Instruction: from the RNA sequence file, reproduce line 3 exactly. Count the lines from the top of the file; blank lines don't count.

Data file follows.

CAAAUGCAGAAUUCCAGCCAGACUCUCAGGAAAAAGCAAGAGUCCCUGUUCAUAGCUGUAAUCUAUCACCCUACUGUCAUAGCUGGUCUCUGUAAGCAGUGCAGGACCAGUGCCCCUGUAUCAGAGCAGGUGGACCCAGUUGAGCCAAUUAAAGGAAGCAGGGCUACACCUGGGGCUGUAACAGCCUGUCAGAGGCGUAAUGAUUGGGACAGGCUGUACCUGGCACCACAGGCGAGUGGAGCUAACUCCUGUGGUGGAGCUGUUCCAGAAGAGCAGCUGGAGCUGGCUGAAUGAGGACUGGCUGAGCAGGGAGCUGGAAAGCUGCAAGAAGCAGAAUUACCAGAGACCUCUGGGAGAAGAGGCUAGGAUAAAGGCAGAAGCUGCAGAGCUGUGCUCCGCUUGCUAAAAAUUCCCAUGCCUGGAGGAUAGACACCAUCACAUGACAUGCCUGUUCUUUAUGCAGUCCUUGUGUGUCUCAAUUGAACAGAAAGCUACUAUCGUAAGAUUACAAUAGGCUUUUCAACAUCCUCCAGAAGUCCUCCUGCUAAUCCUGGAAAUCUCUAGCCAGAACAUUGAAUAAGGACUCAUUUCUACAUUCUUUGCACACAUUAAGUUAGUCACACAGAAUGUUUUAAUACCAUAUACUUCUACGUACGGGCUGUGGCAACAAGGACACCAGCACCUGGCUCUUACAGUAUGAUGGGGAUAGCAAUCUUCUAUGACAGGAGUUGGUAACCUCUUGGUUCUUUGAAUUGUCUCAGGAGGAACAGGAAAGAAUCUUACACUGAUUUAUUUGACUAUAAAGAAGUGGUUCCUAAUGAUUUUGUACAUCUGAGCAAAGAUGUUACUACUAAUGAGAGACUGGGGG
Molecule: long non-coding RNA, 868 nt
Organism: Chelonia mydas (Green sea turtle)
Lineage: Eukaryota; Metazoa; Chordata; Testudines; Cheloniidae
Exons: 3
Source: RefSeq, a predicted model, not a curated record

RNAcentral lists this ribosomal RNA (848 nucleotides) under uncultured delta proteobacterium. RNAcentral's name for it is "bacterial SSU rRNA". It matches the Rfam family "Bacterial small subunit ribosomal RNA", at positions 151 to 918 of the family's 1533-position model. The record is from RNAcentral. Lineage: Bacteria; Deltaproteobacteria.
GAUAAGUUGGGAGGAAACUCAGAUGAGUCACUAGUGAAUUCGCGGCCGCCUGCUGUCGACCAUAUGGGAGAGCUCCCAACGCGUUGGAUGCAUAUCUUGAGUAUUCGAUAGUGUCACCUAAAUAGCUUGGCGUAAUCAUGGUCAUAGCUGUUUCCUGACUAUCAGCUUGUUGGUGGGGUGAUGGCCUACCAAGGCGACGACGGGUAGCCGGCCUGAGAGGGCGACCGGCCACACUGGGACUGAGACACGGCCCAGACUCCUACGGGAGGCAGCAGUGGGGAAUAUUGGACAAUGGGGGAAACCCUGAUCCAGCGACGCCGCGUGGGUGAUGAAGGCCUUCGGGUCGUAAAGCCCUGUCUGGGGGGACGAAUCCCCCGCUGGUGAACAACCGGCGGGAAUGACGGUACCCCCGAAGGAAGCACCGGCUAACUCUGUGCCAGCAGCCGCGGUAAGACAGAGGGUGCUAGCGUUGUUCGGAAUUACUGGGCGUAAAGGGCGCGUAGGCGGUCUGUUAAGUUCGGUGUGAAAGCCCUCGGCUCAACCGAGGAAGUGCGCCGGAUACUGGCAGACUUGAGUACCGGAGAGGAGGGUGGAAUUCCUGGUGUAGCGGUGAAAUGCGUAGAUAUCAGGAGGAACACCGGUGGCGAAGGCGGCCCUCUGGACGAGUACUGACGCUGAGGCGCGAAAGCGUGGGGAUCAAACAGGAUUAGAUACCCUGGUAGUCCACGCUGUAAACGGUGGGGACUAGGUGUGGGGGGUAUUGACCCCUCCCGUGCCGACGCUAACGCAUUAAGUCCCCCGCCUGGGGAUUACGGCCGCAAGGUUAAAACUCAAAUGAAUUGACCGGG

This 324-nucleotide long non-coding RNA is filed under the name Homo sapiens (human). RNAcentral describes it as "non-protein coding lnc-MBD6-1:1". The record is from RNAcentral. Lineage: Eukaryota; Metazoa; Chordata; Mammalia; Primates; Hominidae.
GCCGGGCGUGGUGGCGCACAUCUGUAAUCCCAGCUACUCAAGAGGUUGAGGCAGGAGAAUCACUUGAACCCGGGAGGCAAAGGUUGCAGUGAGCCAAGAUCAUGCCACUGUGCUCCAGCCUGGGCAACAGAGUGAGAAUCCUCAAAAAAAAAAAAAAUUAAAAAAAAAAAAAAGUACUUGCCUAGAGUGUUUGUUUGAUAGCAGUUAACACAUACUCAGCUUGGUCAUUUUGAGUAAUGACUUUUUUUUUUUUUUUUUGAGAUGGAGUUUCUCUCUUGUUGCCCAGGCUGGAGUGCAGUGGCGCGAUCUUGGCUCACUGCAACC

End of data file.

Organism: Chelonia mydas (Green sea turtle)